My understanding is that it does not. Yes, we can hear a louder sound at a greater distance. However the percent attenuation is the same for loud sounds and for soft sounds. If we are at a great distance from the source of the sound, the sound waves from the softer sound may have dipped below our perceptual threshold. Caveat: My background is in chemistry, rather than physics.
Loud and soft sounds attenuate at the same rate, but human perception of sound will vary according to hearing thresholds.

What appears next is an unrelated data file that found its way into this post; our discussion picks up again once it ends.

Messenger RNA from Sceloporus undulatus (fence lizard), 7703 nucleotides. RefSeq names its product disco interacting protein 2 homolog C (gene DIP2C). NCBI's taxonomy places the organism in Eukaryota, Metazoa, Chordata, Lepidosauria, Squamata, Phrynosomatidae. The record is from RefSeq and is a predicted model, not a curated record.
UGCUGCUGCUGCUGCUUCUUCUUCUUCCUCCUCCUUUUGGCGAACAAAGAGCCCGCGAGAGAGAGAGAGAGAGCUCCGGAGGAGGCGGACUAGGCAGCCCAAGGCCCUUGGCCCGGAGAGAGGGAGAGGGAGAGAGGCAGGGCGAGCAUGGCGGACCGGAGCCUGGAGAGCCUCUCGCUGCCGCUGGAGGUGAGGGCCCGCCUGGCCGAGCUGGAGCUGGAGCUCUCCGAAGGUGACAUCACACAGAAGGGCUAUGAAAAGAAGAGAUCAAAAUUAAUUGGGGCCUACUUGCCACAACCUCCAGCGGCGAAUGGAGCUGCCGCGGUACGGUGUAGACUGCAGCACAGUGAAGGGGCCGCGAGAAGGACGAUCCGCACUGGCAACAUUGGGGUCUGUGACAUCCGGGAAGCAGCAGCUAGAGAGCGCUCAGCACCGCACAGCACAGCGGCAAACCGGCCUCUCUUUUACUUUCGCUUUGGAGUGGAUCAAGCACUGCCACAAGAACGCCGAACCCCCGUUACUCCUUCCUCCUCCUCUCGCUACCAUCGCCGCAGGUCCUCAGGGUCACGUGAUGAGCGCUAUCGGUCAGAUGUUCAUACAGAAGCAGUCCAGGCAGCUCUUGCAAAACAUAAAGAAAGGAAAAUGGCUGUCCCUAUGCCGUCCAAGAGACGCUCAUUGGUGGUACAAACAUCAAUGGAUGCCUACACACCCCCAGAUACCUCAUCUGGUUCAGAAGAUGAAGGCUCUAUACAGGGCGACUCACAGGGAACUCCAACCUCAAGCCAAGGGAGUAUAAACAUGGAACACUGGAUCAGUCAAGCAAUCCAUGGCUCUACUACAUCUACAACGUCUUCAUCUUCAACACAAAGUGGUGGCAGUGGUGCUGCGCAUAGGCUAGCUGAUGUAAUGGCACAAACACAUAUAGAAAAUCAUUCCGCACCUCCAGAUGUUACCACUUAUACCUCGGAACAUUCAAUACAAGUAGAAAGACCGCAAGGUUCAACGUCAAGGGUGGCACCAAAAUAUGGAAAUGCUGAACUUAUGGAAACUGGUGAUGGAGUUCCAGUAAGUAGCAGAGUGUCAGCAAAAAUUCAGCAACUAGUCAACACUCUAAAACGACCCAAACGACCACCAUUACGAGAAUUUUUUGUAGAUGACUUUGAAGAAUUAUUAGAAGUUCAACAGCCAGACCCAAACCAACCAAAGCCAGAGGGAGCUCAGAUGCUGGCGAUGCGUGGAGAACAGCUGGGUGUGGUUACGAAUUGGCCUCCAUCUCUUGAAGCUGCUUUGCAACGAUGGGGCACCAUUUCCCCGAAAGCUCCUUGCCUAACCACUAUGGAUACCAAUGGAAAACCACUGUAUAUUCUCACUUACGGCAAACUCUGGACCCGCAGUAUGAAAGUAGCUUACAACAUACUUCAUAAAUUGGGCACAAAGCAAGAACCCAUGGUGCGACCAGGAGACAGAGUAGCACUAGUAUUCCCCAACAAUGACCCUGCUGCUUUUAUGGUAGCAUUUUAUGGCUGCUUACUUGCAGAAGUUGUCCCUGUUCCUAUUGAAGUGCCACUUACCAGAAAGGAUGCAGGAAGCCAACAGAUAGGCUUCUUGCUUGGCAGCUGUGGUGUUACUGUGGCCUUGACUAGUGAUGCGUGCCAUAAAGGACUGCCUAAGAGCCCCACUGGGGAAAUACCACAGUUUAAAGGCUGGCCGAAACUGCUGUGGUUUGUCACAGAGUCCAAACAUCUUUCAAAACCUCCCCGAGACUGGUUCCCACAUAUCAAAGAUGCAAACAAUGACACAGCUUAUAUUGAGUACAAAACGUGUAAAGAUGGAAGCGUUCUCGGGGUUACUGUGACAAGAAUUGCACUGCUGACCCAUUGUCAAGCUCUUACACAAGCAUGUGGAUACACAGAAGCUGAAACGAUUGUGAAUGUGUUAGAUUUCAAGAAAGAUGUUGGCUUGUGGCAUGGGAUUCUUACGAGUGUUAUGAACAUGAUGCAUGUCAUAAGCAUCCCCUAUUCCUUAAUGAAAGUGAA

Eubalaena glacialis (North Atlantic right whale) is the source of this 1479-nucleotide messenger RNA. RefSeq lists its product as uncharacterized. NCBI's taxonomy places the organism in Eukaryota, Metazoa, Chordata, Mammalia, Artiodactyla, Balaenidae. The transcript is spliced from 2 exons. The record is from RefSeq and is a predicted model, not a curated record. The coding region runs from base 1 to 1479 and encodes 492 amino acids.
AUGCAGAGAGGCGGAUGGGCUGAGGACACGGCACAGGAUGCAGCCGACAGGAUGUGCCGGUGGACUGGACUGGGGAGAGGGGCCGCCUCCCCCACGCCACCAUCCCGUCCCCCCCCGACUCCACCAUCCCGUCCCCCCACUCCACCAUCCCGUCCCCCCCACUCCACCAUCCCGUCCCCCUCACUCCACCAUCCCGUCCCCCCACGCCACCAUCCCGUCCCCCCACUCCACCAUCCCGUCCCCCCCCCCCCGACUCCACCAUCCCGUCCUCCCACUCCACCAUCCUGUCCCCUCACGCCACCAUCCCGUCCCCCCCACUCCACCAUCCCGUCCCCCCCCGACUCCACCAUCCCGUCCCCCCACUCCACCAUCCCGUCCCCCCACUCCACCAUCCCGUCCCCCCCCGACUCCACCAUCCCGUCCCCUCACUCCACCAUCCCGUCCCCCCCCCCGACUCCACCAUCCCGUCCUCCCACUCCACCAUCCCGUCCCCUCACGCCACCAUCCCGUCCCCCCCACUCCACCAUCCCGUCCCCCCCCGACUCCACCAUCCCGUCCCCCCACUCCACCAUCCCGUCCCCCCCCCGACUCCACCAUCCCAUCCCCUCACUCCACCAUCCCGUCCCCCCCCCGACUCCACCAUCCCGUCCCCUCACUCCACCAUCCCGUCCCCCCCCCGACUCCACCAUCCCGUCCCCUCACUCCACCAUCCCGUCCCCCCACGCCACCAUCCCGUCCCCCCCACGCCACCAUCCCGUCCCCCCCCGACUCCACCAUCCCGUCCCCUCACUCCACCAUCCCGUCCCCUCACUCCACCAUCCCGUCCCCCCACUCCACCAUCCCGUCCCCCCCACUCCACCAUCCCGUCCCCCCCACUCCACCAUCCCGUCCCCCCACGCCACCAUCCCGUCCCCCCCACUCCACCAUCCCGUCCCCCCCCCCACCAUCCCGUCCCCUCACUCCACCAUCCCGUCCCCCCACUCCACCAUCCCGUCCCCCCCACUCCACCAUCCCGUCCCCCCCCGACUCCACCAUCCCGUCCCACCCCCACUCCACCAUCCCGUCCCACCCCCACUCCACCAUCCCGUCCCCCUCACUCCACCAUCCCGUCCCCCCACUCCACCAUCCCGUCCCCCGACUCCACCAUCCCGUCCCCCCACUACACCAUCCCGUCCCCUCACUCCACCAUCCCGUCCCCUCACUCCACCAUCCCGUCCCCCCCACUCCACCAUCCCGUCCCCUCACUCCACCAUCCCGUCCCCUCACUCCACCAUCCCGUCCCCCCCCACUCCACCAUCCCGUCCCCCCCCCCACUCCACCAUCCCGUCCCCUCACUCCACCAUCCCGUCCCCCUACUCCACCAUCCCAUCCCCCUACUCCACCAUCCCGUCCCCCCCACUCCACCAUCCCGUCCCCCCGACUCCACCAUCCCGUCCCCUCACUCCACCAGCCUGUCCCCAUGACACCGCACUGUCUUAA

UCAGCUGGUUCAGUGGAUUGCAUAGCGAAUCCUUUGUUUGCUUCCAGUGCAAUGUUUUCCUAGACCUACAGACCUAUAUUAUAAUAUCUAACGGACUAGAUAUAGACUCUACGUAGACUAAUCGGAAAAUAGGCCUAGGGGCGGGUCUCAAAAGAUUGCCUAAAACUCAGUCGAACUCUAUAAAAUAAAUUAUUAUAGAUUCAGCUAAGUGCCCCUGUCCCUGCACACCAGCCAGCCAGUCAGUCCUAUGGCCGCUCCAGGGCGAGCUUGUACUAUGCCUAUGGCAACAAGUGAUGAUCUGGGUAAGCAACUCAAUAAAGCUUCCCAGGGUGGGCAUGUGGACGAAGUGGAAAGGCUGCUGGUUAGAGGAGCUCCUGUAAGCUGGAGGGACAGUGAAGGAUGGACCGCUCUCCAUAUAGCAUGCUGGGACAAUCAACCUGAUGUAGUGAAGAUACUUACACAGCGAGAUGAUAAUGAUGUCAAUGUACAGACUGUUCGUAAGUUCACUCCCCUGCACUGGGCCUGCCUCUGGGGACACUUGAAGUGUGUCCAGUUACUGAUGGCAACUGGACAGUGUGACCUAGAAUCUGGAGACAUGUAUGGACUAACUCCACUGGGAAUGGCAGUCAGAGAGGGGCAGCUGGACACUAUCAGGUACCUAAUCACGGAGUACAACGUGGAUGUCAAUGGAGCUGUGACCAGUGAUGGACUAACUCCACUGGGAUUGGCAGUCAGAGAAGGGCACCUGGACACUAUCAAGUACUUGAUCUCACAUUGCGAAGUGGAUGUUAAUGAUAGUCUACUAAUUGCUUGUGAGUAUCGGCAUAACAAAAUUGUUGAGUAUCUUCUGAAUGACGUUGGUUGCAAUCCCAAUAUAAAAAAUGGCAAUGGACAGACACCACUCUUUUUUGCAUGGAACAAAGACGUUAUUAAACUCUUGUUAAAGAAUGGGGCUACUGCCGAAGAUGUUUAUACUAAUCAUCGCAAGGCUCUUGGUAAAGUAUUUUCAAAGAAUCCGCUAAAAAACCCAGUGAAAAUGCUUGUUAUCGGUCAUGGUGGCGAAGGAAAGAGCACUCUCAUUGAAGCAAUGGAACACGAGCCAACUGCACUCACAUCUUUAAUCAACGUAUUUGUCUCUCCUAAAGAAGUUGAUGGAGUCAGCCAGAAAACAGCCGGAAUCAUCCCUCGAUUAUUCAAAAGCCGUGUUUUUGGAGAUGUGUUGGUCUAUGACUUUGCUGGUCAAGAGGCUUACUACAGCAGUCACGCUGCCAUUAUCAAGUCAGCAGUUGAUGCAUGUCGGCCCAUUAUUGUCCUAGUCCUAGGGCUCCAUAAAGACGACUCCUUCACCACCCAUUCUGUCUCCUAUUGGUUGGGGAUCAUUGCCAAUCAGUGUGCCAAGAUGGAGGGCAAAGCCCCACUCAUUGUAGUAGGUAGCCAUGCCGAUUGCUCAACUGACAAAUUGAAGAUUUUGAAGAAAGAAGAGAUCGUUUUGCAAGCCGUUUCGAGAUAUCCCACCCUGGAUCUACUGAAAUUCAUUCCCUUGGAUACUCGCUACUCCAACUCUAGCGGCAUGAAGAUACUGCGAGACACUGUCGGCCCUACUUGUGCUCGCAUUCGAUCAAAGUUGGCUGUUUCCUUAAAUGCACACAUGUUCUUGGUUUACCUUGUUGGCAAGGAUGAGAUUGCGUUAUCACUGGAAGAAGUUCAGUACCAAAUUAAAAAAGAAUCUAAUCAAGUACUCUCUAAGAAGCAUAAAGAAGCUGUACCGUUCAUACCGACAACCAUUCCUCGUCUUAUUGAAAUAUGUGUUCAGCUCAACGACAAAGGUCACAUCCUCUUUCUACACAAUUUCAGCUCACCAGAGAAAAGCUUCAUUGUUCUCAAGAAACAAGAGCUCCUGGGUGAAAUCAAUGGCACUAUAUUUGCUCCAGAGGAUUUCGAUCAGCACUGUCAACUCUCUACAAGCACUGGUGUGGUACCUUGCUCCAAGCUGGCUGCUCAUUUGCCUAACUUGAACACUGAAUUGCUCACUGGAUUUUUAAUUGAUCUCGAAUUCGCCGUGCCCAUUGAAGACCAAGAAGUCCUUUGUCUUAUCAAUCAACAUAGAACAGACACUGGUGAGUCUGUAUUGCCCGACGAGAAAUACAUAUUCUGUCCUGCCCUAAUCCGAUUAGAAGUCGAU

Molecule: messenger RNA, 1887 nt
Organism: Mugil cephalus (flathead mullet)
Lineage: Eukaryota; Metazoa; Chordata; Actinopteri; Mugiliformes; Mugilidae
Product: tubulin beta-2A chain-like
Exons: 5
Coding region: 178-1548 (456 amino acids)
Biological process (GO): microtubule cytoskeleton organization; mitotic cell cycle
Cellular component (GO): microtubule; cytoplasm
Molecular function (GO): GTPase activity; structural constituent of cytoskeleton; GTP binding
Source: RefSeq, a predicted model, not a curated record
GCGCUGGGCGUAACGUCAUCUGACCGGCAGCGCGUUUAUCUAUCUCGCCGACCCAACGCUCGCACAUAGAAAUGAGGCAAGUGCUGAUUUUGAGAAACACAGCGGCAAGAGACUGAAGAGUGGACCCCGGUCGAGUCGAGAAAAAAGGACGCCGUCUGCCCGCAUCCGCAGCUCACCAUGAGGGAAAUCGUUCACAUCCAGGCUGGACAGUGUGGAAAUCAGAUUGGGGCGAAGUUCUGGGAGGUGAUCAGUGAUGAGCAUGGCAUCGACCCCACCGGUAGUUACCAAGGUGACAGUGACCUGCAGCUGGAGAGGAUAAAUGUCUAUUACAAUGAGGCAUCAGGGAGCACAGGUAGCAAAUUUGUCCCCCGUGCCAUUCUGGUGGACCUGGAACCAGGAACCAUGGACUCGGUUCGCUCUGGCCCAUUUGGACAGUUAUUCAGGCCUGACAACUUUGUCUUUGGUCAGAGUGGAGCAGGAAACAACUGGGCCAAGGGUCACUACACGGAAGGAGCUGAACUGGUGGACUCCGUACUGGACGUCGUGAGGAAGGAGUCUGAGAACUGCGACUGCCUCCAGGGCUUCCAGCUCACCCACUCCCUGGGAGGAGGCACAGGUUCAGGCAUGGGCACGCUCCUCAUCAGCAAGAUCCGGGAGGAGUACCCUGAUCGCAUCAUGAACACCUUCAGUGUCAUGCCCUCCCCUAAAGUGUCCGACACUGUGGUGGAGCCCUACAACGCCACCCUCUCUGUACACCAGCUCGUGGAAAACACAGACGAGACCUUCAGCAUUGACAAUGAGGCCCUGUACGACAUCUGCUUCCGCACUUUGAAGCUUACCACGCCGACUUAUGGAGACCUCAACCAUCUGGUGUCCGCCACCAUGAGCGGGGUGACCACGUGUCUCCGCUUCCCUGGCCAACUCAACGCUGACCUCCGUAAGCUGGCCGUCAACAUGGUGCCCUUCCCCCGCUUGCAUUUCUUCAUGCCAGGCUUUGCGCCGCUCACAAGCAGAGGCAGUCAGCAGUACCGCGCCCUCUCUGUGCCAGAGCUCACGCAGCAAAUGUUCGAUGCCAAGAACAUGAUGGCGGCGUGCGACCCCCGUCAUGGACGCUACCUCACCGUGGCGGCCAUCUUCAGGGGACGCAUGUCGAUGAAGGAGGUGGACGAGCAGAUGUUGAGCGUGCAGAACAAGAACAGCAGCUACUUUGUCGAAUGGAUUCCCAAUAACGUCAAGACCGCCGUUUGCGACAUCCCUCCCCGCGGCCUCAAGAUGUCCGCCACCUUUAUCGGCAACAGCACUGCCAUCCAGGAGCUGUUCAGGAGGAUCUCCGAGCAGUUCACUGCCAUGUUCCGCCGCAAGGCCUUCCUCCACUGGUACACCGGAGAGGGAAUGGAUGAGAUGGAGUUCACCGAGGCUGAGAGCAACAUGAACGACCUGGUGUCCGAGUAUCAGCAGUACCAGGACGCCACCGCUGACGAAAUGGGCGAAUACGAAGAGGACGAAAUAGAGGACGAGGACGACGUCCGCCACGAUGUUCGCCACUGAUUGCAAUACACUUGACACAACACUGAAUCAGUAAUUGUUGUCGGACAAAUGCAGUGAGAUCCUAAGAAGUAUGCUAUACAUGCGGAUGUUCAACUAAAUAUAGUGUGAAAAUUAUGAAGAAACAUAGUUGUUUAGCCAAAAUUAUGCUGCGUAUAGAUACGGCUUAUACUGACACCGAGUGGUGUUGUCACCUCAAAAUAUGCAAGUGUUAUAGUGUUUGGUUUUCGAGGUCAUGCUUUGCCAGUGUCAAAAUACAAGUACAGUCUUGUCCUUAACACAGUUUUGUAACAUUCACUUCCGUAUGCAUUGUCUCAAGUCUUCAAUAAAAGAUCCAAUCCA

An interesting story: I once did a quick listening check on my son's hearing aids in the car, and heard a man speaking softly. This sort of freaked me out, because I couldn't figure out why there would be the sound of a voice in his hearing aids when there was no one else in the car with us. As it turns out, I had the radio turned down so low I couldn't hear it (I thought it was off), but the amplification on my son's aids made the (very) soft sound perceptible to my ears. Took me a few minutes to figure that one out!